Marketing has always been about connecting brands to consumers. With the growth of digital, the channel mix (search, social, display) grew and brands began to talk about “omni-channel” and delivering “cross-channel experiences”.
But some brands neglected to include their stores as part of this omni-channel experience and some have paid the ultimate price. You only have to look at today’s high street, littered with brands who have gone or are teetering on the brink. What’s the common theme? They haven’t been able to offer their consumers a seamless online-to-offline (local) experience.
Local isn’t new; it’s always been a part of the marketing mix. What has changed is the technology and platforms which we can leverage to deliver that seamless online and offline (local) experience.
What is local?
In today’s mobile-first world, where you are matters just as much as who you are. With around 70% of internet traffic now coming from a mobile device and Google rolling out a “mobile-first indexing” update to its algorithm earlier this year, brands now need to consider the location of their target audience just as much as they have to consider who that audience is.
Take the below example. I searched for “coffee” on the Facebook app from our office on George Street, Edinburgh. I am served with results based on my location. Try it for yourself.
Why a local approach matters
Amazon has moved into physical bricks-and-mortar stores in a drive to integrate with their digital customer journey. It’s an indication of the type of role the “new” high street has to play. Consumers don’t think in an online and offline way – they expect interchangeable experiences with brands, and for their experiences to be personalised.
So, how do you begin to leverage local?
To get local means to get personal. Brands we work with often face the same issue: they have customer personas based on what they think they know about their customers rather than what they can prove using data.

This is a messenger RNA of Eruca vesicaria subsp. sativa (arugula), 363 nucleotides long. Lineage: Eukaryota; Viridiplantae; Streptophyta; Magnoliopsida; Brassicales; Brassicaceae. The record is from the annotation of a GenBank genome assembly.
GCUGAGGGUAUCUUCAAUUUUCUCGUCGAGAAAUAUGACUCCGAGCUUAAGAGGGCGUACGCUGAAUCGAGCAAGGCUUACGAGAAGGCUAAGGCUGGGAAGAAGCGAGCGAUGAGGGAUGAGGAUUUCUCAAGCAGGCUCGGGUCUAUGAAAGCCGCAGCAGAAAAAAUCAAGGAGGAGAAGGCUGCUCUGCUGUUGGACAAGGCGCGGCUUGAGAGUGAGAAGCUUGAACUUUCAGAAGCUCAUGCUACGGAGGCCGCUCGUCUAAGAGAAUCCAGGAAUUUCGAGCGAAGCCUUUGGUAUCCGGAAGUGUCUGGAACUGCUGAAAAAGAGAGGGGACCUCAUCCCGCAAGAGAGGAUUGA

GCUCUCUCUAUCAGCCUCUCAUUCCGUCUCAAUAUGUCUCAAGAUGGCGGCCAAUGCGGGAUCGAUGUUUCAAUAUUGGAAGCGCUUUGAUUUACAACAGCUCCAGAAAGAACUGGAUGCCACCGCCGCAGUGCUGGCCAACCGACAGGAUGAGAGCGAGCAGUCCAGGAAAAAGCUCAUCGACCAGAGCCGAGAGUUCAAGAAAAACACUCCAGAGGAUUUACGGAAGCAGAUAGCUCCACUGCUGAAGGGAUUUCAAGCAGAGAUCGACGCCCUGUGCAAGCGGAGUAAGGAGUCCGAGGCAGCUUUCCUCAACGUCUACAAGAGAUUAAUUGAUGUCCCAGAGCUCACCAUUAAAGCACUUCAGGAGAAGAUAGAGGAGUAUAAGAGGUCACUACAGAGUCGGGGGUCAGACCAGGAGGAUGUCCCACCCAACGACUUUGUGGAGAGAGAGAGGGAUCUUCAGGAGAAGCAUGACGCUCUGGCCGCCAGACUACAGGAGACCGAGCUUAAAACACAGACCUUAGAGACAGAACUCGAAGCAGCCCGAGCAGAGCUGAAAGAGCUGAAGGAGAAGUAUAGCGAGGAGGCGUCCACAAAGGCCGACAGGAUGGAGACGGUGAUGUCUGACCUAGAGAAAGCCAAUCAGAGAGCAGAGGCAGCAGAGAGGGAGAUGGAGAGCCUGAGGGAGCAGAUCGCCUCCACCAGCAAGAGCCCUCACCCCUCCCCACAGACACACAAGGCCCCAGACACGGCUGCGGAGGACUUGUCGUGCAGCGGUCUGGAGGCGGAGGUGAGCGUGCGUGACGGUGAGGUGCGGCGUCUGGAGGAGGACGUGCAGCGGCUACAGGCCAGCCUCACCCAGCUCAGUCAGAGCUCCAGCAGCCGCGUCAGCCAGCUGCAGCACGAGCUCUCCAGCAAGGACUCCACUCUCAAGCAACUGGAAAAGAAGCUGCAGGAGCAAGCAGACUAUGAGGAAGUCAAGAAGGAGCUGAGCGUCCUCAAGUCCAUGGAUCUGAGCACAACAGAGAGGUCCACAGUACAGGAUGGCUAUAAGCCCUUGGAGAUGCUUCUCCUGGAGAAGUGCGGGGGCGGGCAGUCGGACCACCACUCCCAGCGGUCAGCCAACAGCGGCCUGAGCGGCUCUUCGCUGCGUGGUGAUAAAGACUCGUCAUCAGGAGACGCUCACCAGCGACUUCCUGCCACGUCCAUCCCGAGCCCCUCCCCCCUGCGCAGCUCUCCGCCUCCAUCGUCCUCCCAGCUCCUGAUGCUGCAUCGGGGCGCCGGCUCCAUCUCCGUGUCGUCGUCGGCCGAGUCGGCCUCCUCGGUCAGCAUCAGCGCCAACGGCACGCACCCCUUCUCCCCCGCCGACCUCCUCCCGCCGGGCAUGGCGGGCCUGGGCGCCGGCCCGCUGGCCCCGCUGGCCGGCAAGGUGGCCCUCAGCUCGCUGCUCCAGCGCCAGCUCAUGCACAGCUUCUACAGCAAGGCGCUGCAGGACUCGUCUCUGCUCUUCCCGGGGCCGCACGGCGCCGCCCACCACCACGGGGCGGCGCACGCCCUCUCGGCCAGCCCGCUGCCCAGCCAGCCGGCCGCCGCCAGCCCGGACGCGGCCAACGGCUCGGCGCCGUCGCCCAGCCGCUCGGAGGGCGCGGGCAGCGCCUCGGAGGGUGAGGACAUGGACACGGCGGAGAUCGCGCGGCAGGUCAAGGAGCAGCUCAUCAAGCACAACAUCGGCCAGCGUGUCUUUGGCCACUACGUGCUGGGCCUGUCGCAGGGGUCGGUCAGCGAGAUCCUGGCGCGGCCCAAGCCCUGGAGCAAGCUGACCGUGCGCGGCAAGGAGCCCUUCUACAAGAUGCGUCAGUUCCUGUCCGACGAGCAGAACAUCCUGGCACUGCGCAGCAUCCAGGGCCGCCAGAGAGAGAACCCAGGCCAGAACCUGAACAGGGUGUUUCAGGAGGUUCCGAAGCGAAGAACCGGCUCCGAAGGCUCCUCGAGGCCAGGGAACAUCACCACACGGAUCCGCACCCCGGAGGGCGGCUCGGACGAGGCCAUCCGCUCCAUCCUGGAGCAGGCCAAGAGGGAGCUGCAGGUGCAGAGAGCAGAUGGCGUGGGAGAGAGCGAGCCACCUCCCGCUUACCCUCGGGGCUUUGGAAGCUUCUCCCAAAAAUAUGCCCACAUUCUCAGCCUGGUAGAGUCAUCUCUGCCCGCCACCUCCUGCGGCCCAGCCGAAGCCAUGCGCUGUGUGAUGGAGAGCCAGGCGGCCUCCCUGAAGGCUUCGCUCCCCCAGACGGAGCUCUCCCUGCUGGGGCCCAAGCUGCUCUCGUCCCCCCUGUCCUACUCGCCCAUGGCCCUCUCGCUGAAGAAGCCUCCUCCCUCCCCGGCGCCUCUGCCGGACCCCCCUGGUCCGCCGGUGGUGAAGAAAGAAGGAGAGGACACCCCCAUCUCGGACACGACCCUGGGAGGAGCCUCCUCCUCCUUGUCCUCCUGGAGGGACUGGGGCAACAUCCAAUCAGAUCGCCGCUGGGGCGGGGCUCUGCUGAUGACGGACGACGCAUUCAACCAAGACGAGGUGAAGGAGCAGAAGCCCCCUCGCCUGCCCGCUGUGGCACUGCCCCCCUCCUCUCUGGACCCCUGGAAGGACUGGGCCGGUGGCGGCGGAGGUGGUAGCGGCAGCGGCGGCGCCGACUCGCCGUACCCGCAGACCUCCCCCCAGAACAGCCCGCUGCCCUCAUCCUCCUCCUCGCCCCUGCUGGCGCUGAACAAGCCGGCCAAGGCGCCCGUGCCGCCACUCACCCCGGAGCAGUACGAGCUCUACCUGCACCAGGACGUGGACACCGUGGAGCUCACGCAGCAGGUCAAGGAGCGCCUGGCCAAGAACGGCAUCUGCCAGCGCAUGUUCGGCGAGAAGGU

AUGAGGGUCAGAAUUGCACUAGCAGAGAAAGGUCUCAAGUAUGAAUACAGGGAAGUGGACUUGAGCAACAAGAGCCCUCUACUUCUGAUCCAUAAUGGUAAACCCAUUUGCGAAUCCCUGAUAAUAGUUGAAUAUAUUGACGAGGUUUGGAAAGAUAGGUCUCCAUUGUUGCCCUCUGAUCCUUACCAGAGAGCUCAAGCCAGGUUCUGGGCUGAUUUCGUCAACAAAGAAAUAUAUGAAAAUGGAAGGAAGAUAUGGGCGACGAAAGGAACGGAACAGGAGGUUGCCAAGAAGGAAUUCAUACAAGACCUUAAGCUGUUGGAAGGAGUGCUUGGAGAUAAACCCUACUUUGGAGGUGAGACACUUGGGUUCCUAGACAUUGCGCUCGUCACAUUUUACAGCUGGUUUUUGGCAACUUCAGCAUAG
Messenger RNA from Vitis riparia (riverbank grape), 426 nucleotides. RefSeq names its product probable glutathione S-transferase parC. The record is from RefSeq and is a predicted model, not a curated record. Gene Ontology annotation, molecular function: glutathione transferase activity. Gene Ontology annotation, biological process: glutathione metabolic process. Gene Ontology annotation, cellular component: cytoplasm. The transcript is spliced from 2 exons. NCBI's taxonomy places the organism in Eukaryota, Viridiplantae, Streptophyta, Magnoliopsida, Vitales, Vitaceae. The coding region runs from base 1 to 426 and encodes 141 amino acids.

Traditionally, when you think of market research, you might think about focus groups, interviews and third-party data – all of which have a role to play at some stage. Technology allows us to fast-forward this process using the data already collected in web analytics, CRM, and review platforms (in a GDPR-compliant way, of course) to build rich pictures of core customer segments.
Customer intent and the local landscape
Once you understand who your core customers are, the next challenge is to deliver consistent brand messaging and experiences that are relevant to these customers. To do this, it’s crucial to understand that consumers will look to different content, channels, and devices at each stage of their decision making journey.
At DAC, we create a framework to visualise the consumer journey. We then create local strategies that leverage data, content marketing, and channels grounded in this framework to deliver branded content and experiences designed to move consumers through to the next step of their journey.
What the local landscape looks like
When digital marketers think “local”, what comes to mind for many is simply making sure you’re buying local keywords in paid search or that your website is optimised for them. But there is a little more to it than that. Though not an exhaustive list, the following tactics are all critical aspects of an effective local digital marketing strategy:
- Google My Business
- Local inventory ads (paid)
- Social media (e.g. Facebook Places, store pages, and local campaigns)
- Maps pack SERP results
- Local directories and aggregators
- Local reviews
- Location pages
Local is a critical element of today’s consumer experience. Taking an incremental approach allows brands to enter the local conversation with their audiences while ensuring a thoughtful approach to each possible interaction – an approach that fulfils the brand promise at every critical touchpoint, right down to the local level. That’s why we believe that where you are now matters as much as who you are.
Want to find out how local can impact your business? Get in touch; let’s talk.